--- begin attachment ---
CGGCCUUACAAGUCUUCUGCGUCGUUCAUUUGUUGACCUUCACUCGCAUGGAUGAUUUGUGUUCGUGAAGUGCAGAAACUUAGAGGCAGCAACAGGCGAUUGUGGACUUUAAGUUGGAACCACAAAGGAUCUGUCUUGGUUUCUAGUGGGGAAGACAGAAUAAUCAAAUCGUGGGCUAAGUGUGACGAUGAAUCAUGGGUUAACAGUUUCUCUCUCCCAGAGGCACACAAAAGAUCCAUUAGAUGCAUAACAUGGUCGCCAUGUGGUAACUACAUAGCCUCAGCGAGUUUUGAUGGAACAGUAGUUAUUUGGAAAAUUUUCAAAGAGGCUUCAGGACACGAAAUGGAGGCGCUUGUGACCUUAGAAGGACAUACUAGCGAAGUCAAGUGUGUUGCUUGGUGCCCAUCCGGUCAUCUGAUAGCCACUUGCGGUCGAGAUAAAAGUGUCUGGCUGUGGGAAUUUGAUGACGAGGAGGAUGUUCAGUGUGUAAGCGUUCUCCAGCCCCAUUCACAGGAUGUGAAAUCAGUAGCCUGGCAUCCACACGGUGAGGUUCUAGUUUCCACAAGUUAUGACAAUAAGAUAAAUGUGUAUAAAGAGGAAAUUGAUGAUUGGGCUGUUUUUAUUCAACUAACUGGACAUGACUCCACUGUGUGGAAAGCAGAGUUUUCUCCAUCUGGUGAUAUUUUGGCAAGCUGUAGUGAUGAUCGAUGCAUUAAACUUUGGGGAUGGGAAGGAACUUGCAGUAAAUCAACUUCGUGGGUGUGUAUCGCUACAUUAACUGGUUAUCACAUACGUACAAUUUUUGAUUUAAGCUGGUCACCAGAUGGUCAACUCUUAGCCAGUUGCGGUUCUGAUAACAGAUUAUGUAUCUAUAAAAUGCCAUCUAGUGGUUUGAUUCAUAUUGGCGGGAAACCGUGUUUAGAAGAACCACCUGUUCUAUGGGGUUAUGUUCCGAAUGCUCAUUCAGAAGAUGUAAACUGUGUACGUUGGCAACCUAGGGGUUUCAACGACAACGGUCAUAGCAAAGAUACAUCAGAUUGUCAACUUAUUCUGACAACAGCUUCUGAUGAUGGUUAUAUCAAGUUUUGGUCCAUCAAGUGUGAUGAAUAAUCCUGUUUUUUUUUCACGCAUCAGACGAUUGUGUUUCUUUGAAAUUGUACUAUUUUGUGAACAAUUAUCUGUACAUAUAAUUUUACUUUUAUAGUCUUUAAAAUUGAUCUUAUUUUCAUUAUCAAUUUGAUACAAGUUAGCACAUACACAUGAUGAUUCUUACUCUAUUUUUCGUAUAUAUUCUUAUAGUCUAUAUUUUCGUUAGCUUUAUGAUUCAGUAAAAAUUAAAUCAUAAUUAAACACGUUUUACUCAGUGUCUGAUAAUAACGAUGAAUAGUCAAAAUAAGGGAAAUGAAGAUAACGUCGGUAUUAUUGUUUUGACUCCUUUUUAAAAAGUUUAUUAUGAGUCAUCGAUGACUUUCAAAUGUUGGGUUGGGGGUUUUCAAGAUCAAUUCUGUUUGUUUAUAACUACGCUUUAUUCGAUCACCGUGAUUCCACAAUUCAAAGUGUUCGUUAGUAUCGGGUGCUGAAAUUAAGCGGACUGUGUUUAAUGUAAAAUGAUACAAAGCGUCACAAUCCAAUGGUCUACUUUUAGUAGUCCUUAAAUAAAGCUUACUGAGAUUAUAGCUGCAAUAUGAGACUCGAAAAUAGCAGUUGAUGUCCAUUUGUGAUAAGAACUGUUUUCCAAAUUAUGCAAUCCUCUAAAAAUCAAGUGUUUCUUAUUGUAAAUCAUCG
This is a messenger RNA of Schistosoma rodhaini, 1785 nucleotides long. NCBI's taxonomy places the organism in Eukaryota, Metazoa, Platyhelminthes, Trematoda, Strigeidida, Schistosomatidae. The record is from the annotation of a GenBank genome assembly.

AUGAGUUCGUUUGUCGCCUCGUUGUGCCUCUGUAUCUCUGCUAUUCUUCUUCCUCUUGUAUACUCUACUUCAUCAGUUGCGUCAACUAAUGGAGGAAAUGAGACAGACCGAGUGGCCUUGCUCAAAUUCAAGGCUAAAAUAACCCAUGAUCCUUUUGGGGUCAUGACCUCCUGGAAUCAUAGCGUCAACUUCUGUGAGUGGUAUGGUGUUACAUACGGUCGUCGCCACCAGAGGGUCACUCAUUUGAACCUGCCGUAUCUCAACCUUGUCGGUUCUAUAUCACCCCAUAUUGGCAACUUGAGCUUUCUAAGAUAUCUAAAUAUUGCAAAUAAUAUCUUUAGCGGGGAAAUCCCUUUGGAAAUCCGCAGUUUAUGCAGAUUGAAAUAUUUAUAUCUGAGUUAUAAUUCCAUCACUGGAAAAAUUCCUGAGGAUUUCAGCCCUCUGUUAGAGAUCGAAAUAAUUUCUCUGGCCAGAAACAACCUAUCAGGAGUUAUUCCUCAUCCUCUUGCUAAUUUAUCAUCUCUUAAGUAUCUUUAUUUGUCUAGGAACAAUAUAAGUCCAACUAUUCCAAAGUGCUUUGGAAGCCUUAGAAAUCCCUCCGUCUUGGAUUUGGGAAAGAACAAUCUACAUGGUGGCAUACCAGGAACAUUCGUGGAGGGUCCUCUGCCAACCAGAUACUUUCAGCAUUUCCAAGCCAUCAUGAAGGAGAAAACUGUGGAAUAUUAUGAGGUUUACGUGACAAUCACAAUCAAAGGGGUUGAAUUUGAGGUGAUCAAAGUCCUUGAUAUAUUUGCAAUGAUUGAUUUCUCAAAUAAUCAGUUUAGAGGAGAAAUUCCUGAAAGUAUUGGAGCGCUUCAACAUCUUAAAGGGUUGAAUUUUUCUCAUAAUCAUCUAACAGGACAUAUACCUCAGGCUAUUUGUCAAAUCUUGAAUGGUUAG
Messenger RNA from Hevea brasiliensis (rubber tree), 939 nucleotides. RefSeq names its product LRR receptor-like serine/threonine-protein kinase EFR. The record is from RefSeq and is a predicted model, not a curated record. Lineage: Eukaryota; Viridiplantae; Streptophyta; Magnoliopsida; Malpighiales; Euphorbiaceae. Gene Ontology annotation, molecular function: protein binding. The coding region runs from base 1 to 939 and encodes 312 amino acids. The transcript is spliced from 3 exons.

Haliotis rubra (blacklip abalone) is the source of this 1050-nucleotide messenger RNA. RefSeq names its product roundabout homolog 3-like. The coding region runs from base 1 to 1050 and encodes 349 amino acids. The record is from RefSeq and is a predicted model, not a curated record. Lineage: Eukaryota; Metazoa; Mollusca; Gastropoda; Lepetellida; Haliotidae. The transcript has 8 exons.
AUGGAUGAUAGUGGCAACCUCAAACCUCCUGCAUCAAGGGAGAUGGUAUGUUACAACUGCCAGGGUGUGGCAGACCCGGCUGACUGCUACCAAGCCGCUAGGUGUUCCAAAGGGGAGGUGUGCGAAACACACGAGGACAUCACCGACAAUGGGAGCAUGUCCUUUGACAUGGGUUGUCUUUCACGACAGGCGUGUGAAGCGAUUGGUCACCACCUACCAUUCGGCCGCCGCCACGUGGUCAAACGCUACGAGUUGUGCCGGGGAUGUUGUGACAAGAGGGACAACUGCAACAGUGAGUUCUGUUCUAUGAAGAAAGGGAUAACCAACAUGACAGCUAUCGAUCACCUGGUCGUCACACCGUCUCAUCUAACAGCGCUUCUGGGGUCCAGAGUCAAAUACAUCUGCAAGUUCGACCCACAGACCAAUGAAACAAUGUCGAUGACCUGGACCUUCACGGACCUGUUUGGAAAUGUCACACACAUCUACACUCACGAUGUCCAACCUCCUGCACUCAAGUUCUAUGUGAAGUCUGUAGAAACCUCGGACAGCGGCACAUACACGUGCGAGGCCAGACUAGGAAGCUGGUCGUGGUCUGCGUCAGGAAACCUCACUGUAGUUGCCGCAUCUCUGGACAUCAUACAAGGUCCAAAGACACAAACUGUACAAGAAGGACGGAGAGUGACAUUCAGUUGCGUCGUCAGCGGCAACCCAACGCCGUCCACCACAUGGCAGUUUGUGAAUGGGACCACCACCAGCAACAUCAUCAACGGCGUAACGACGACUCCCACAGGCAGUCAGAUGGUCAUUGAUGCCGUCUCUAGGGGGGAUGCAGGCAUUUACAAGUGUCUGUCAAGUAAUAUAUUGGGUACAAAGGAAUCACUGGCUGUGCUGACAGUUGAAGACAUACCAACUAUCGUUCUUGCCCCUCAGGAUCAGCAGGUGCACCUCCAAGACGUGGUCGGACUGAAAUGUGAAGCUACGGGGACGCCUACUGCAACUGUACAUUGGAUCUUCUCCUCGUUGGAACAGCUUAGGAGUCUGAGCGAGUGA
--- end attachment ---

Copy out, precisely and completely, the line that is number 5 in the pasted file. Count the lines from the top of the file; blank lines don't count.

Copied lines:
Haliotis rubra (blacklip abalone) is the source of this 1050-nucleotide messenger RNA. RefSeq names its product roundabout homolog 3-like. The coding region runs from base 1 to 1050 and encodes 349 amino acids. The record is from RefSeq and is a predicted model, not a curated record. Lineage: Eukaryota; Metazoa; Mollusca; Gastropoda; Lepetellida; Haliotidae. The transcript has 8 exons.